“A Medical Look at Hypoxia” by Kevin Ware, a physician and ATP/CFI is an interesting article from a recent Twin&Turbine. The doc/pilot notes that the narrowing of arteries that comes with aging (and an American diet!) makes it tougher for the brain to get sufficient oxygen when starved due to altitude:

In summary, when a pressurized piston or turboprop aircraft is in the high 20 flight levels and operating just as it was designed (cabin altitude of 10,000–12,000 feet), the pilot’s body is only being supplied with half the oxygen available at sea level. This, in turn, triggers the Bohr effect, further decreasing the amount of oxygen available to the brain and heart, which if the pilot is of mature age, are already compromised due to the narrowing of blood vessels. … Given this physiologic reality, is it really safe for pilots with grey hair and some common health issues such as elevated cholesterol, high blood pressure, and possible arterial narrowing, to operate pressurized aircraft at their highest legal altitudes with cabin altitudes? The answer is probably not. But, if the pilot is willing, some steps can be taken to lower the physiologic risk to a more acceptable level, and it involves the use of supplemental oxygen.

Supplemental oxygen is something that needs to be used before hypoxia is present because its effect on the brain is very insidious and makes such recognition of what is occurring, and the logical solutions that would follow, nearly impossible. The best solution to recognizing the gradual onset of hypoxia is to wear a pulse oximeter anytime the cabin altitude is above 5,000 feet and watch the numbers on the dial.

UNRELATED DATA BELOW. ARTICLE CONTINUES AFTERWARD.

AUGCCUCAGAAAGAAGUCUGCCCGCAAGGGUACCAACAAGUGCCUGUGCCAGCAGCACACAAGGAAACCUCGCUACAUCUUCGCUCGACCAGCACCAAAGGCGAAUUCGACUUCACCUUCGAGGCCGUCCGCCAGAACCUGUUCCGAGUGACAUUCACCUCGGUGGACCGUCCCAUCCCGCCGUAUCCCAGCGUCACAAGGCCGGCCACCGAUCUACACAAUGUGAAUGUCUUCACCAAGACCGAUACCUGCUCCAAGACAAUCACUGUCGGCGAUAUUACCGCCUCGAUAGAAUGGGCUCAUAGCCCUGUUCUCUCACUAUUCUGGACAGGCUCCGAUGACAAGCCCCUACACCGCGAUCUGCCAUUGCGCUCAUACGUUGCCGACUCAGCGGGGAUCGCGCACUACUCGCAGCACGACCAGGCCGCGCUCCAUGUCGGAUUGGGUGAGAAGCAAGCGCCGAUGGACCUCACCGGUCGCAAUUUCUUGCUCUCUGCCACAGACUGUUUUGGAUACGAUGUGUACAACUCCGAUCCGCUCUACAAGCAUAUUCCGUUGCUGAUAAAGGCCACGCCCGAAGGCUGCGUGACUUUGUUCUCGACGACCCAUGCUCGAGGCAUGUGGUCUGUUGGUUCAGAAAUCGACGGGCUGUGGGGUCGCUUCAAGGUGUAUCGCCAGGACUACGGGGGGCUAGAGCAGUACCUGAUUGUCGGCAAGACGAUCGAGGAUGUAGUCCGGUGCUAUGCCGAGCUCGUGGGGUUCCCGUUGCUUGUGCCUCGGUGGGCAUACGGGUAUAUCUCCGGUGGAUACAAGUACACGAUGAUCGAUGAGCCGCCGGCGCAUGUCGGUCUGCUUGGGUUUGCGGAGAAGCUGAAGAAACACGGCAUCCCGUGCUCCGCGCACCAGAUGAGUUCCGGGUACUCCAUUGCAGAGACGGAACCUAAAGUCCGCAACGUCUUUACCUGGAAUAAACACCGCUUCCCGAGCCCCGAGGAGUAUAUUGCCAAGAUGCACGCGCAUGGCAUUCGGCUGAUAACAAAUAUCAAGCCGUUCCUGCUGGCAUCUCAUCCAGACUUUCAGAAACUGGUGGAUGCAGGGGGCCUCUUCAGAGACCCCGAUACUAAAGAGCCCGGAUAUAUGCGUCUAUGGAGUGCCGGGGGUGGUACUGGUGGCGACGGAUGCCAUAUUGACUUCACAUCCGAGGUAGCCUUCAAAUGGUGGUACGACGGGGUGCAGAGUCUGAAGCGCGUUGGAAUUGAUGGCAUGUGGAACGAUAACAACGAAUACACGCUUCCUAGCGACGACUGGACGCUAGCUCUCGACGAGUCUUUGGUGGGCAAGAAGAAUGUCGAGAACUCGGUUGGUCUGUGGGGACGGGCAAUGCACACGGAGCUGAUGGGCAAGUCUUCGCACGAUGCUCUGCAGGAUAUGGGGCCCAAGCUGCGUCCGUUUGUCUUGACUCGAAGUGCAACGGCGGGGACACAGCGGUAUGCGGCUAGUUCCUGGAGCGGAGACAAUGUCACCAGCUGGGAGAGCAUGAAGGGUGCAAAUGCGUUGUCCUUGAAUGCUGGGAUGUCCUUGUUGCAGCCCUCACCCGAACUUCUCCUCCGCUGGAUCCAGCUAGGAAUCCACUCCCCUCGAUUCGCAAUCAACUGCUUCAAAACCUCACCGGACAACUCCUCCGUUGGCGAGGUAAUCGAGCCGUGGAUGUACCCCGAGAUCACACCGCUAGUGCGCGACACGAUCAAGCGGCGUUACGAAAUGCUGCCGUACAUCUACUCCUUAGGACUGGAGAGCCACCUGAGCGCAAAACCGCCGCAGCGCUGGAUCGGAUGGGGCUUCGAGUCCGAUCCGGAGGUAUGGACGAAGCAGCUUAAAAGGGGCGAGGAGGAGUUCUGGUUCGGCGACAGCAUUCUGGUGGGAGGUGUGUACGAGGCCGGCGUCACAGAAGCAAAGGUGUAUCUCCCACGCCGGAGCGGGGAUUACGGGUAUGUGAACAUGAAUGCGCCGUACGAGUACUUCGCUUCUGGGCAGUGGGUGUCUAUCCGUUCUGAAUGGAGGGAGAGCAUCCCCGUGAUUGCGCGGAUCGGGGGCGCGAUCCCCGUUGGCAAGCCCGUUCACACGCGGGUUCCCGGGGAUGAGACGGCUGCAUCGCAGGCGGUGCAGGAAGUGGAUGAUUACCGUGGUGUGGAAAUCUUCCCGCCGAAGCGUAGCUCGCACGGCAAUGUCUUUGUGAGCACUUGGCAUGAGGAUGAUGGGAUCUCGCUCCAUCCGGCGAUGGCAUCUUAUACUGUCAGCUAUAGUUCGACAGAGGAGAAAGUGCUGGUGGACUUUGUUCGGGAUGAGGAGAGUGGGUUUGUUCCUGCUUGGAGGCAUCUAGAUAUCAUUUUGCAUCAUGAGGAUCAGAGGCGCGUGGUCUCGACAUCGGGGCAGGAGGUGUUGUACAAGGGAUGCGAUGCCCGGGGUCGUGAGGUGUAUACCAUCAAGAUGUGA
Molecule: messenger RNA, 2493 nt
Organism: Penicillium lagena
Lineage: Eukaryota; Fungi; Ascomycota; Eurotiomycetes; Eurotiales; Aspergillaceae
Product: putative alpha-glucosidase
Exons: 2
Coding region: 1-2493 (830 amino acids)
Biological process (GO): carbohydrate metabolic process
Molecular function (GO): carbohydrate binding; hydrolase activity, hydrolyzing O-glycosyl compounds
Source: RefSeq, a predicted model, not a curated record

Worth a read if you’re trying to decide if it makes sense to climb up another
4,000′ in a turboprop to save 15 gallons of fuel. Also if you’re trying to decide on whether to pay up for a pressurized plane or rely on supplemental oxygen. The author of this article implies that the typical buyer of a high-performance turbocharged, but not pressurized, piston airplane should be breathing supplemental oxygen for 95 percent of the flights.

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Slide Rule by Nevil Shute

A reader was kind enough to give me a hardcopy(!) version of Slide Rule by Nevil Shute. It turns out that the popular novelist was an aeronautical engineer during the golden age of aviation. One of the luxuries of getting in on the early days was working with two of the greats: Geoffrey de Havilland and Barnes Wallis, of Dambusters fame.

Shute says that “the halcyon period … died with the second world war when aeroplanes had grown too costly and too complicated for individuals to build or even to operate.” Those are fighting words at Oshkosh and I think that Game Composites refutes this gloomy perspective to some extent (albeit one of the “individuals” had to be a Walmart heir!).